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3 strategies to reduce the threat of violence in the workplace
3 strategies to reduce the threat of violence in the workplace
By Katie Loehrke, HR Editor, J. J. Keller & Associates, Inc.
 
Though it may seem like a tall order, employers have a common-law duty (and a responsibility under the Occupational Health and Safety Act) to eliminate or reduce risk of injury to employees. This responsibility includes preventing slips, trips, falls, and other accidents. But it also includes reducing the risk of injury due to violence in the workplace. 

Most employers understand that they must promptly and earnestly investigate any threats of violence. But actual prevention may be less straightforward. While employers may not be able to prevent all violent acts, they can take steps to decrease the risk of violence in the workplace.
 
Step 1: Get to know applicants.
The application process offers employers a prime opportunity to get to know potential employees. When it’s appropriate to conduct a background check, employers should do so, along with a thorough reference check.
 
Since references are usually provided by the applicant, employers might consider asking listed references for the names of other individuals who worked with the candidate in question, or call previous employers even when a contact from that company isn’t provided.
 
The interview is also a prime opportunity to get to know a candidates’ temperament. Consider including behavioral prompts, such as: 
  • “Tell me about a time when you got frustrated or angry and how you handled it.”
  • “Tell me about a time you had a disagreement with a coworker.”
Then, pay attention for any red flags that might appear. Perhaps the candidate is all too willing to give examples of what made him or her angry, or the examples illustrate a lack of problem-solving or interpersonal skills.
 
Step 2: Communicate policies
Within the workplace, a company must strive to create an environment of respect. Even occasional or seemingly minor comments may have a negative impact on employee morale.
 
One of the best protections employers can offer their workers is to establish a zero-tolerance policy for workplace violence. This policy should cover all workers, clients, visitors, contractors, and anyone else who may come in contact with company personnel.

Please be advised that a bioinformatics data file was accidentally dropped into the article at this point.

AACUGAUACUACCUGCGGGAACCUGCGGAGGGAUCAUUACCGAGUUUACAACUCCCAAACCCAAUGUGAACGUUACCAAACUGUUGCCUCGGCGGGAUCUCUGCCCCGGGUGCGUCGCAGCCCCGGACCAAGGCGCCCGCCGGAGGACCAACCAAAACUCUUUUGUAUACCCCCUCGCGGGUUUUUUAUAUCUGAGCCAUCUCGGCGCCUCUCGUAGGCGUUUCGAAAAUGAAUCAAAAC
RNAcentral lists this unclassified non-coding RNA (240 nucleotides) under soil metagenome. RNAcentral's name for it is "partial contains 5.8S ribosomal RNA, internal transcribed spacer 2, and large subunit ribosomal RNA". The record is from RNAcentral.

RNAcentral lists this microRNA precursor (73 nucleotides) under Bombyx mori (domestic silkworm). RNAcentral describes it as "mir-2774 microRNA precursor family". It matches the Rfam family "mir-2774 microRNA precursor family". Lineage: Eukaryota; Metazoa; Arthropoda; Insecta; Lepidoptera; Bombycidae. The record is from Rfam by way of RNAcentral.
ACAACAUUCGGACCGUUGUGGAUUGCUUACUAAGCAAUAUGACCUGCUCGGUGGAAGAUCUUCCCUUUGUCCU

The policy must be well communicated and backed by obvious support from company leaders and top-level management. It should clearly outline unacceptable behavior and the possible consequences.
 
The policy should also make clear the procedure for employees to follow if they experience (or even observe) violence of any kind in the workplace. It should include more than one way for employees to report violence in case the offender is the employee’s supervisor.
 
Some policies on violence include a prohibition on weapons. While employers may generally prohibit weapons on company property, some state laws make it legal for employees to store a firearm on company property if it is locked in a personal vehicle.
 
Even in states with such laws, employers may still prohibit weapons on company property (other than within a personal vehicle) and in buildings.  
 
Step 3: Investigate and enforce
Some employers forget that even the most well-crafted policies are useless if not consistently enforced. All reports of violence (including bullying and harassment) must be taken seriously and investigated immediately.
 
Where it is found that an employee acted inappropriately, employers must respond immediately with discipline that fits the offense. This sends the message to the offender and to the rest of your employee population that violence in the workplace — in any form — will not be tolerated.
 
Dealing with these situations can be less than pleasant for a variety of reasons, but supervisors must know that responding to violence or threats of violence is part of their jobs. While a supervisor may not investigate the situation on his or her own, he or she is often the first one alerted to a problem and must take these issues seriously, reporting them up the chain for assistance when necessary. Failure to do so is essentially a performance problem on the part of the supervisor.
 
Keep priorities straight
Employers go to great lengths to protect the property, equipment, procedures, and trade secrets that keep their businesses running smoothly and successfully. Employees — which many employers consider their most valuable asset — deserve at least similar consideration.
 
Though no workplace violence program can definitively protect all employees all the time, a company’s efforts to protect employees from harm are never wasted. 
 
From Mary Borsecnik at J. J. Keller & Associates Inc.
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